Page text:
OpenAI began the rollout of CustomGPTs in Nov of 2023, and will be launching the GPT store sometime in 2024. In honor of the rollout, I figured I would dip back into creating custom GPTs, and decided to try my hand at a custom GPT focused on building and improving decks for the game Magic The Gathering: Arena.
It’s entitled MTG Arena Deckmaster, and you can grab the GPT here. In this article, I’ll explain how the GPT works and how it was built.
A ChatGPT Deckbuilder for Magic The Gathering: Arena
This GPT is designed primarily for two purposes:
- To improve existing MTG Arena decks
- To create novel, new decks
ChatGPT is not a world-class expert at strategy games like Stockfish is for chess playing. It can play basic games like chess, but it’s not able to wreck humans the way some of the chess and go engines can.
But what it is good at is organizing and understanding information. It basically has the entire scryfall database in its training, and understandings much of the strategy behind building MTG decks. It does a great job analyzing decks and recommending cards, and can also build decks based on your parameters.
Let’s look at each of the primary functions, and how they work.
Improving An Existing MTG Arena Deck
To amp up one of your existing decks, launch the GPT and click the “I would like to improve an existing MTG Arena deck” option. It will ask you a few questions about your deck, and then tell you to go to Arena, select your deck, and export it to your clipboard, then paste it into ChatGPT.
From there, it will analyze your deck and make recommendations for cards to remove, cards to add, strategies to change, etc.
For example, here is a deck that I had built focused around All Will Be One that was working well, but wasn’t quite synergizing the way I wanted. ChatGPT recommended a few changes and directions that I had not considered, leading me to make other changes later to further improve the deck.
When you’ve got the card list you want, ChatGPT can provide you with a card list that you can re-import into Arena and create a new copy of the deck.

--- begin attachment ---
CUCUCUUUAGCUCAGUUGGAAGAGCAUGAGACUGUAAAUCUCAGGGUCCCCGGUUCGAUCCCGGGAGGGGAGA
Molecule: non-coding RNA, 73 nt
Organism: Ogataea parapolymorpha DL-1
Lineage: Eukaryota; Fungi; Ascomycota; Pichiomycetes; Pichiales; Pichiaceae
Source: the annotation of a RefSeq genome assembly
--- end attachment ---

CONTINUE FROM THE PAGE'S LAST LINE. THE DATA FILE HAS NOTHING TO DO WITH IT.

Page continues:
Creating a New Deck From Scratch
The second primary function of this custom GPT is to create entirely new decks. To do this, click “I would like to create a new MTG Arena deck” and it will ask you some questions. These will likely include:
- The type of deck you want to build (e.g. alchemy, explorer, brawl, etc.)
- If there is a particular strategy or color combination you want to target
- A card or combo you want to build the deck around, a style of deck (e.g. control, aggro, etc.)
Once the GPT has an idea what you’re looking to build, it will give you a card list. You’ll have to cross-reference the list with what you have available, and build your new deck.
In my example, I asked it to build a deck around the card Elusive Otter, which I happened to have 4 of in my library.
The deck it created is fun and entirely different than anything I would normally build. It’s not exactly super competitive, but on the other hand, Elusive Otter is not typically a card people are building entire decks around.
Here’s the deck we ended up with:
The Frustration With Arena’s Card Library
Unfortunately, you cannot currently export your entire card collection from Arena. If you could, that would make the deck editing and generation process much easier. Often, ChatGPT will make a suggestion to add 4 rares or mythics to your deck, but you don’t actually have them in your collection.
You can make them of course, but that gets costly over time!
So often there is some back and forth around “I don’t have Bonecrusher Giant in my collection, what is a suitable replacement?”
When you’re using this tool, you’ll likely be burning through lots of uncommons, rares, and mythics, so be prepared!
Hopefully WoTC will allow export again in the future.
Building the Custom GPT
Building a custom GPT like this is fairly easy.
You essentially chat with ChatGPT and explain what you’re looking for, and it builds the custom GPT for you. There are two windows: the right window is a version of the custom GPT, and the left window is the editor that allows you to provide the instructions and configurations to the GPT.
For example, I wanted to be sure that it reviewed the current card ban list before it recommended decks, so I included that in the instructions.
You can simply talk with ChatGPT and it will build everything out for you. Very cool!
When the ChatGPT Store launches, I suspect custom GPTs will be everywhere. However, most of them will likely be free, as they are certainly not as difficult to build as, say, iOS apps. At least, basic apps like the one above will be free.
If you’re a MTG Arena player, please give the custom GPT a try, and hopefully you’ll get some new ideas for decks!